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The program pays youths 3,600 pesos a month.

Corruption charged in delivery of youth employment program scholarships

In one scam, the employer takes a cut of the employee's monthly salary and the latter stays home

State-based federal officials have denounced a range of corrupt practices in the delivery of the government’s youth employment program.

Delegates in Aguascalientes, Campeche, Chiapas, Guerrero, Nayarit, San Luis Potosí, Sonora, Tabasco and Yucatán all say that some young people enrolled in the “Youths Building the Future” program are handing over part of their 3,600-peso (US $183) monthly scholarships to their employers in exchange for waiving their obligation to show up to work.  

The officials told the newspaper Milenio that the moches – cuts or kickbacks – paid by the youths to companies and other organizations registered as employers in the program range between 500 and 1,600 pesos per month.   

They also said that in some cases, employers are withholding part or all of the remuneration to which apprentices are entitled.

Tabasco delegate Manuel Merino Campos said that authorities have detected 140 companies that engaged in illegal acts in connection with the program. All of them lost their accreditation to participate in the scheme, he added.  

Merino said more than 200 young people in Tabasco filed complaints stating that companies charged them unjust fees to participate.  

As a result of the corruption allegations, the program has been temporarily suspended in the Gulf coast state.

Guillermo Díaz Robles, the Sonora director of the employment program, said the participation of 18 companies in that state has been terminated after it was discovered that they too were charging their apprentices fees in exchange for employment. However, no legal action was taken against them.

Another 12 Sonora companies are under investigation, Díaz said.

Guerrero delegate Iván Hernández Díaz told Milenio that the intention to implement the same practice was detected in the state’s Sierra region although it was civil society organizations rather than companies that planned to collect fees from their young employees.

However, authorities intervened to put an end to the plan before it started and revoked the organization’s authorization to take part.

In Yucatán, the federal government’s social programs coordinator said authorities will carry out an audit of the employment scheme’s operation to ensure that young people are actually attending the jobs and training to which they have been assigned.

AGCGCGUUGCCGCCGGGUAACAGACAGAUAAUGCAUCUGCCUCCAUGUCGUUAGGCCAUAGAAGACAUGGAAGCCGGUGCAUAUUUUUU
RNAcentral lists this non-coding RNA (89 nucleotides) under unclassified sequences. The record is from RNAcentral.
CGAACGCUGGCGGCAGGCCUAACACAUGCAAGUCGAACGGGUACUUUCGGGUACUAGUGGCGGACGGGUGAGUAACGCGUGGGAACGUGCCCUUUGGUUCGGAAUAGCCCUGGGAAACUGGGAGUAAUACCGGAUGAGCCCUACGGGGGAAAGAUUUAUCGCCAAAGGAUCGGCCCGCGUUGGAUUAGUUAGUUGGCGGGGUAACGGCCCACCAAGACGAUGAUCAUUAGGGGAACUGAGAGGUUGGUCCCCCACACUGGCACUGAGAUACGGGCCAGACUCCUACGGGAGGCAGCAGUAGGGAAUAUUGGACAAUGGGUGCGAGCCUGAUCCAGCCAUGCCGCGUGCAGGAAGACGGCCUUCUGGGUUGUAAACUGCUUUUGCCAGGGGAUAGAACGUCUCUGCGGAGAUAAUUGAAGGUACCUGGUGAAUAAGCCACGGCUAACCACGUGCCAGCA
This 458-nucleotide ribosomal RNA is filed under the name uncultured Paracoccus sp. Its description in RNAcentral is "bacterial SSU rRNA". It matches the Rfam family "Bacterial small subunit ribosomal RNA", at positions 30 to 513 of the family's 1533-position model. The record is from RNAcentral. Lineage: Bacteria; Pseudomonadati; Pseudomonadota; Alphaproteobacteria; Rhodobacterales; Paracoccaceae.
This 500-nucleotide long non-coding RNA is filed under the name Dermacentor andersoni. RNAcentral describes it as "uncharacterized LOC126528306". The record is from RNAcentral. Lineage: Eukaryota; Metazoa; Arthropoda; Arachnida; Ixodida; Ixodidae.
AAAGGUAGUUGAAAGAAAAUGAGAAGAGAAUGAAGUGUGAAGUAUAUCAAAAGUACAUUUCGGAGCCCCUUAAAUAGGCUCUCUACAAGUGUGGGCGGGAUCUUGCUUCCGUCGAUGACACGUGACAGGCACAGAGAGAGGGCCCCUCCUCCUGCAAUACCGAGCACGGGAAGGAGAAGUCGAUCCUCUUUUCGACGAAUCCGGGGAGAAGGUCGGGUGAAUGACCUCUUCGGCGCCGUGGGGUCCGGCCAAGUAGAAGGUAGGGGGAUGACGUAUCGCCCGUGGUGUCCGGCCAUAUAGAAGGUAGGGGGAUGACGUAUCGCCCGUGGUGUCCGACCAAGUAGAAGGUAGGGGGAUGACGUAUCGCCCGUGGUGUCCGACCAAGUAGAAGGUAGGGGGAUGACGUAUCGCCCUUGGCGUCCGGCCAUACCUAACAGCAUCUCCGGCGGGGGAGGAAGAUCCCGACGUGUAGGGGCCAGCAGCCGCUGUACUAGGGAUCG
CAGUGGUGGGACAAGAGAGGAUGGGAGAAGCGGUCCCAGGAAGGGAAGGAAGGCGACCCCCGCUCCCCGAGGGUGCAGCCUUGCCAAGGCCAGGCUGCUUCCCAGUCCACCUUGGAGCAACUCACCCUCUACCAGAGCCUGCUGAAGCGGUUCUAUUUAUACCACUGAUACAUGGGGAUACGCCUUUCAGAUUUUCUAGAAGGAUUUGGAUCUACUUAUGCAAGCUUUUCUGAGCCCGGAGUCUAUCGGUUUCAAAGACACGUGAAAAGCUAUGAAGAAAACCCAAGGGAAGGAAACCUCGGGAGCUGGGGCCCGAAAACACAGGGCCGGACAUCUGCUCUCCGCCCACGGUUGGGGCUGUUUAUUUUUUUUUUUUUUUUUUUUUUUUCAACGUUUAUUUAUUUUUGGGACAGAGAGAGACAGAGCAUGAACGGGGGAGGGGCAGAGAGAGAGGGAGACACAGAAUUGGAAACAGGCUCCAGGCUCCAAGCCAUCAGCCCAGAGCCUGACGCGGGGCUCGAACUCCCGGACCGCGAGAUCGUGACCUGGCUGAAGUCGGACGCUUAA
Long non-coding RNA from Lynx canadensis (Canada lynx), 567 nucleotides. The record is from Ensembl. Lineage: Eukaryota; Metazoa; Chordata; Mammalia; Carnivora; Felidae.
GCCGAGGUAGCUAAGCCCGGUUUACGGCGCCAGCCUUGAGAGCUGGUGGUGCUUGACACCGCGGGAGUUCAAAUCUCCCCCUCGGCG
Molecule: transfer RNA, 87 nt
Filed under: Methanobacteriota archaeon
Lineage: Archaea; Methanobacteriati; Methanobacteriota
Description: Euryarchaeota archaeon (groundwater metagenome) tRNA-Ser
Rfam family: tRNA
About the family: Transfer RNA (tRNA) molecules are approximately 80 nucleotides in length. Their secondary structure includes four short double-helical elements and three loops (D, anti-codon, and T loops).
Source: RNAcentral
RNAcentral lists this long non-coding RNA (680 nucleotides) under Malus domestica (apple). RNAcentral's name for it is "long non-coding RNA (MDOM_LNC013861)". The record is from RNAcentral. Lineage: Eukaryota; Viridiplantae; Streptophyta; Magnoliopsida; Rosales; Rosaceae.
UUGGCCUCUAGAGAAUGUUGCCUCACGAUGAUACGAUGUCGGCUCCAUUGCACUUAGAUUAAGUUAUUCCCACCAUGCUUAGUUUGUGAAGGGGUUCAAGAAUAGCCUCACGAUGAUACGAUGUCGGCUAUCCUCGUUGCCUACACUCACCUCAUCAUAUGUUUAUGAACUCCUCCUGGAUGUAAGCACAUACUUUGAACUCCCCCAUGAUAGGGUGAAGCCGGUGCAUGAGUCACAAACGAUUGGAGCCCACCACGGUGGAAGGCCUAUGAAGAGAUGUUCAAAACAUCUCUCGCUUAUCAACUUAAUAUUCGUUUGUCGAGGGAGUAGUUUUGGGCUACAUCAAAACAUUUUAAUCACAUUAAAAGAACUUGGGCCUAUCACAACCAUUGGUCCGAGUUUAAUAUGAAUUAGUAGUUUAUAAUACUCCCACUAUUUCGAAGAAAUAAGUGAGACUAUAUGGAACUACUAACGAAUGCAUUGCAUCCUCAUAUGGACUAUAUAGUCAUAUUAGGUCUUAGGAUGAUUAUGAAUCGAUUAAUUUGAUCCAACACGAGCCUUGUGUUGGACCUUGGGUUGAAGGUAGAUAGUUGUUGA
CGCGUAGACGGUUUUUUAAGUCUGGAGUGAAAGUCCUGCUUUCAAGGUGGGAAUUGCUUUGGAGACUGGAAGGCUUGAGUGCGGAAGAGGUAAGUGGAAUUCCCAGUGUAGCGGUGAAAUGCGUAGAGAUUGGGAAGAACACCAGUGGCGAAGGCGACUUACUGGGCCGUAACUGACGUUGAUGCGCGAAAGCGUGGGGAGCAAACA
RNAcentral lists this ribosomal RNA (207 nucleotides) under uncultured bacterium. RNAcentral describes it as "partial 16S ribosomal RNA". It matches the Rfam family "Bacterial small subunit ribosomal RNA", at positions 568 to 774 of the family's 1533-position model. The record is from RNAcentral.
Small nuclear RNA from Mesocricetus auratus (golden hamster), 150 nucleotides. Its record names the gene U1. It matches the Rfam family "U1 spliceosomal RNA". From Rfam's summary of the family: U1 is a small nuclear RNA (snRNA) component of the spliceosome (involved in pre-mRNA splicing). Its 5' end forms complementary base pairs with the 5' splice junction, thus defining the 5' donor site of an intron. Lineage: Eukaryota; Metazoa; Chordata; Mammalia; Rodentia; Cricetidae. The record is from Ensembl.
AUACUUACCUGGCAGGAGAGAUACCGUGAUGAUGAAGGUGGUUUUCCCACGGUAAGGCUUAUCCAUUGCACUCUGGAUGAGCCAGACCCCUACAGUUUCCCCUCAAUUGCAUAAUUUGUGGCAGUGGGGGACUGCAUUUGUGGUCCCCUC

“There are companies that have told the young people . . . to give them a part [of their scholarship] and don’t [worry about] showing up . . .” Joaquín Díaz Mena said.

In Nayarit, Chiapas and San Luis Potosí, authorities have detected the presence of ghost, or shell, companies that have registered in the “Youths Building the Future” program in order to recruit young people and provide them with sham employment opportunities.

In San Luis Potosí, cases have been detected in which the “employed” youths and the phony companies split the scholarship resources equally, delegate Teresa Pérez Granados said.

The claims of corruption within the youth employment program come less than a week after the Labor and Social Welfare Secretariat said it had reached its goal of giving scholarships to a million young people.

However, whether that number of people are actually engaged in active employment is now in doubt.

The states in which the highest number of ninis (ni trabajan ni estudian) meaning “they don’t work, they don’t study” have enrolled in the scheme – whether they are actually working or not – are Chiapas, Tabasco, Veracruz, México state, Guerrero, Michoacán and Mexico City.

The states with the lowest take-up are Baja California, Baja California Sur, Nuevo León, Aguascalientes, Sonora, Coahuila and Colima.

Baja California Sur delegate Víctor Castro Cosío said that the program’s rollout in the state “can be considered a failure.”

He explained that only 3,000 signed up for the program while authorities were hoping to attract 11,000 would-be apprentices.

“. . . We didn’t reach our goal, we think, because many young people here preferred to look for work elsewhere, as the 3,600 pesos a month didn’t seem like a lot.”

Source: Milenio (sp)

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